While plot trials with newer winter canola varieties appear to be promising, McKenzie is very clear in advising farmers not to get anxious about sourcing seed and growing the crop in Alberta.
The research is being led by Habibur Rahman, canola breeder at the University of Alberta. McKenzie says it appears some new varieties of winter canola do well in research trials, but he says it is still some years before registered varieties and the proper agronomics for growing the crop will be available to producers. Some of the lines from Rahman’s breeding program are being evaluated at Lethbridge. The crop is seeded in late August and is ready for harvest by early July the following summer.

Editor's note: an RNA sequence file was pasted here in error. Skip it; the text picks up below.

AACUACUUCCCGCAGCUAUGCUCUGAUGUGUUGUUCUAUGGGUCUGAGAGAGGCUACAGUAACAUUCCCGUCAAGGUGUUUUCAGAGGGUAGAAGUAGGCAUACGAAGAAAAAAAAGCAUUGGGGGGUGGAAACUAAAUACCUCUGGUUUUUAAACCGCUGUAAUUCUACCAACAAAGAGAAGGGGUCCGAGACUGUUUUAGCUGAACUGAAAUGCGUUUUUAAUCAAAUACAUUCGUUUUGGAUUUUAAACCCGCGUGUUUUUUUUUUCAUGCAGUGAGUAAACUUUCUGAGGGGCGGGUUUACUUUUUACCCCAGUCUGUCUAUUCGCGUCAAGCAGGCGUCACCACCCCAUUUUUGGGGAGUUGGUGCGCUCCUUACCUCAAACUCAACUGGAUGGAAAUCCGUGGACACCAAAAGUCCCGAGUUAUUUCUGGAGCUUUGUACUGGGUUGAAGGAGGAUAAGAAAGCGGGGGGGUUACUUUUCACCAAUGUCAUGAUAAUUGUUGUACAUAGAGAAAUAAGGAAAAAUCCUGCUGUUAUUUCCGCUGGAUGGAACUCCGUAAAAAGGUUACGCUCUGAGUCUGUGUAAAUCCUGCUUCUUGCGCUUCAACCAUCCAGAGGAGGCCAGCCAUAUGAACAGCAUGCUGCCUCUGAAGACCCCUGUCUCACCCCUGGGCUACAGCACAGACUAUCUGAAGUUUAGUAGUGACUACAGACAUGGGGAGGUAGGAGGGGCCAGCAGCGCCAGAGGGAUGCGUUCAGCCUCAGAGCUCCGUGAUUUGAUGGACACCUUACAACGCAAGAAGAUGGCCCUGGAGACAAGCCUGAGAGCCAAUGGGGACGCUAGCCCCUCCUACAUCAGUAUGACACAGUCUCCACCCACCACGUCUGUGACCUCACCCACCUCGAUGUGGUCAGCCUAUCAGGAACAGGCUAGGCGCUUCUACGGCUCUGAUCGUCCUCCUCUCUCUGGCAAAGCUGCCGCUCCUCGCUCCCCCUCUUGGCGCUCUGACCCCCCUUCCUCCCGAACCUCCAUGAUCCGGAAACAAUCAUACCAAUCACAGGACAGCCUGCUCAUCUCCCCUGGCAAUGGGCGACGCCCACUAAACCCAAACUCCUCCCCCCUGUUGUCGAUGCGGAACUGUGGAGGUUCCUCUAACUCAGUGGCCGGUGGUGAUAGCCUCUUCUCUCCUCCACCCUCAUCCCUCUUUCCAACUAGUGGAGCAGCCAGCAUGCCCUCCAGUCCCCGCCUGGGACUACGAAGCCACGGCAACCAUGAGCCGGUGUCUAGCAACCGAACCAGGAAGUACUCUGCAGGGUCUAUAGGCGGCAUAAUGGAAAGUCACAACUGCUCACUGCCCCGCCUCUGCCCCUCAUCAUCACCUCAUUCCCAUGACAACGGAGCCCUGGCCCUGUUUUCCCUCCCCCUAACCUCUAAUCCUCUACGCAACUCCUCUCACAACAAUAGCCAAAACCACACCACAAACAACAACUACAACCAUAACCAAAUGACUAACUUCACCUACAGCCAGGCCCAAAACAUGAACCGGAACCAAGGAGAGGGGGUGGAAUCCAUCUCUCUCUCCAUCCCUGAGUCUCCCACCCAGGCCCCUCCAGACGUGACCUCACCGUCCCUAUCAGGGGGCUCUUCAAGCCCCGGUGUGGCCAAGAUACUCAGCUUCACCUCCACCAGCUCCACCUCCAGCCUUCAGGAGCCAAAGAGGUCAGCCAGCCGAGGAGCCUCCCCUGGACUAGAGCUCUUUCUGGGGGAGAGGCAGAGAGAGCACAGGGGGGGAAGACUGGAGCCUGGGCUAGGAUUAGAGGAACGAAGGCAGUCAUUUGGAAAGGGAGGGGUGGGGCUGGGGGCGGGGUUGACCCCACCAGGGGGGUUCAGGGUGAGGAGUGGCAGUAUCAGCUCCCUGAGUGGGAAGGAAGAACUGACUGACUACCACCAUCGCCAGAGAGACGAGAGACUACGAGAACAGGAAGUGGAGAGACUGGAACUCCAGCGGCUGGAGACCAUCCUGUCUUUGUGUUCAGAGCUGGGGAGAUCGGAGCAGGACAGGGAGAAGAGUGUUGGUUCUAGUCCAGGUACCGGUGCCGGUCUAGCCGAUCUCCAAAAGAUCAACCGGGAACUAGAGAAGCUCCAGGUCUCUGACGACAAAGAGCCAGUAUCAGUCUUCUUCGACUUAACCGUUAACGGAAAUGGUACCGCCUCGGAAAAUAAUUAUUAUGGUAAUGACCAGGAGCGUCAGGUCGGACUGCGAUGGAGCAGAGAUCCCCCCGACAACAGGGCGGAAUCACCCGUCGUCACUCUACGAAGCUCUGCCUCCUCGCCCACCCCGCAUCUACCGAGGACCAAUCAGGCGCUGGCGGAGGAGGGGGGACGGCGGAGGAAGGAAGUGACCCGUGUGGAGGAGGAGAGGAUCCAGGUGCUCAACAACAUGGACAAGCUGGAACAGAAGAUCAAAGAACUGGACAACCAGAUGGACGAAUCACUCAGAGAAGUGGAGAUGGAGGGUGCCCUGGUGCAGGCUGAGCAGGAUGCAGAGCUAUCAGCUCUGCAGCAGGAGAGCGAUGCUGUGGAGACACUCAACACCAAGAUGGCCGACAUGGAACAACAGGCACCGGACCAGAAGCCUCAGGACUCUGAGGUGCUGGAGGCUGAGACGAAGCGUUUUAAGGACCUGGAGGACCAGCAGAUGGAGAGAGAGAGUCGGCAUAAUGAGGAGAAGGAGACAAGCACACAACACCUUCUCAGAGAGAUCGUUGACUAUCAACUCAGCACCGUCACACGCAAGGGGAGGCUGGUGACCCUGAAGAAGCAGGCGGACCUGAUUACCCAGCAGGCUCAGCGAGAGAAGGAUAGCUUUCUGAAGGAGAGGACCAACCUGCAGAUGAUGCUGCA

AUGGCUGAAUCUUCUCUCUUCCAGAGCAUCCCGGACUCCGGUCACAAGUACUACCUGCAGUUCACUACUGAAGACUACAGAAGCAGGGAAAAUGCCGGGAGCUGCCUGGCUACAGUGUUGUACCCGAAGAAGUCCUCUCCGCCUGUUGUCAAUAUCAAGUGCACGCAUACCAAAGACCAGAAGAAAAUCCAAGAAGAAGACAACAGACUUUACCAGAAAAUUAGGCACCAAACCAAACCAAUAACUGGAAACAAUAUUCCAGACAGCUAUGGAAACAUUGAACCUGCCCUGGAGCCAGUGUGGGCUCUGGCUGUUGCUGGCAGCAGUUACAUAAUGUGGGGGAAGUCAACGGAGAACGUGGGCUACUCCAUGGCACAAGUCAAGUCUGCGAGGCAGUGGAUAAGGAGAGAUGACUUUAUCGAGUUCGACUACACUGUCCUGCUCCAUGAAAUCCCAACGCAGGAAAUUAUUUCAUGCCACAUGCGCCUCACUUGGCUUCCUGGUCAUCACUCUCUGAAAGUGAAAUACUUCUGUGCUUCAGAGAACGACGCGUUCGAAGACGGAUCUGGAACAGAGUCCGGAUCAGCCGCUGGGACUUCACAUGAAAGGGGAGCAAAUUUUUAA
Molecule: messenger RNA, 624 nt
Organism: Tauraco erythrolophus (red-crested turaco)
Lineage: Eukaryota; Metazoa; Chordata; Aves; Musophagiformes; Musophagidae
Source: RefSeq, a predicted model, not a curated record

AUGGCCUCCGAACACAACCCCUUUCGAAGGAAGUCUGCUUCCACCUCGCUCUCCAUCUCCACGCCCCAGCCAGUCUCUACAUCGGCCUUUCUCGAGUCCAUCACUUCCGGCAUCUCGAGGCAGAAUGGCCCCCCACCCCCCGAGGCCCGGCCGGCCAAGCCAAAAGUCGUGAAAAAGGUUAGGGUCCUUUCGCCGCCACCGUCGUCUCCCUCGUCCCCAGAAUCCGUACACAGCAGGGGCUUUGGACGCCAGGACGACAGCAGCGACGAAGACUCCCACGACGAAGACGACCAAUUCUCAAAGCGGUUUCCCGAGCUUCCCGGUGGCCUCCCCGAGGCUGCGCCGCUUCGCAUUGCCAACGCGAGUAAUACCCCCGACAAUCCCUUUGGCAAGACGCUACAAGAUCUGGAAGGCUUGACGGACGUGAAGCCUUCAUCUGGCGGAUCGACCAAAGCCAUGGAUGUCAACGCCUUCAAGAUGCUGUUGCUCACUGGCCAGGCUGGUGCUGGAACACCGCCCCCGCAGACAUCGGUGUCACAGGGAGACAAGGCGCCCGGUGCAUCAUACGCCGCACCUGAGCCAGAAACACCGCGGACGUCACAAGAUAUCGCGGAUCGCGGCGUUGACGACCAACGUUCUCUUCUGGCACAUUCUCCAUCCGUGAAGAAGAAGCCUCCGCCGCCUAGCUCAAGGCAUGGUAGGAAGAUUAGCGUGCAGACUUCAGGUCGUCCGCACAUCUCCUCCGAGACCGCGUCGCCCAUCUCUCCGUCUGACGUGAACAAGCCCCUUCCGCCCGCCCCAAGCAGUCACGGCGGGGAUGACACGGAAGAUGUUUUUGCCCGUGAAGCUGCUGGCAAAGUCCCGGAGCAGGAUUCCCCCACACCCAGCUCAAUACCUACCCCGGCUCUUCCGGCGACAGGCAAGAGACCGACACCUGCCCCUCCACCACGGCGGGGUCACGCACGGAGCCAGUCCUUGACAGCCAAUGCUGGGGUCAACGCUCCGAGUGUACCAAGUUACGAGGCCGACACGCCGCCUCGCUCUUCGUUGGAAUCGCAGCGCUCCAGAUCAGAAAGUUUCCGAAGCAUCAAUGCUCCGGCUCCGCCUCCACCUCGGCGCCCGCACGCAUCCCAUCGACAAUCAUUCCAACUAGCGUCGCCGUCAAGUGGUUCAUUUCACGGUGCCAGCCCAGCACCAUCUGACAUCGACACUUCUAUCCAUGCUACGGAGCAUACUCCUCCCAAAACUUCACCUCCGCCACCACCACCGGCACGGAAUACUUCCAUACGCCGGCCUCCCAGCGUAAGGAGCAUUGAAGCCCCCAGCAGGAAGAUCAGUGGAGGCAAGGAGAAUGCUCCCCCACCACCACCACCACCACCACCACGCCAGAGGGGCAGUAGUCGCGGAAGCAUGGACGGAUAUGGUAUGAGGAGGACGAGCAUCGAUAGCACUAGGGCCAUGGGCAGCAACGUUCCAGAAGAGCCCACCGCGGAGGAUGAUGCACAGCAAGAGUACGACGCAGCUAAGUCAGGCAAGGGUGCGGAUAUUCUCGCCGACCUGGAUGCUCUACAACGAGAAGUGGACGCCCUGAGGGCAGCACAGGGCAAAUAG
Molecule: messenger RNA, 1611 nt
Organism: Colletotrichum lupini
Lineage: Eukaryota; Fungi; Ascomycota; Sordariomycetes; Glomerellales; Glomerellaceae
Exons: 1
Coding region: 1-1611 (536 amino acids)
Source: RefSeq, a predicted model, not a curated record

With even the spring-seeded safflower varieties being a limited-acre crop in southern Alberta, some farmers may be interested in watching trials on winter safflower varieties.
McKenzie says it’s early and it won’t be a large scale crop in any event, but winter safflower appears to have good survival at Lethbridge. While he included winter safflower in trials “just to see what it would do,” McKenzie says it may have some potential down the road.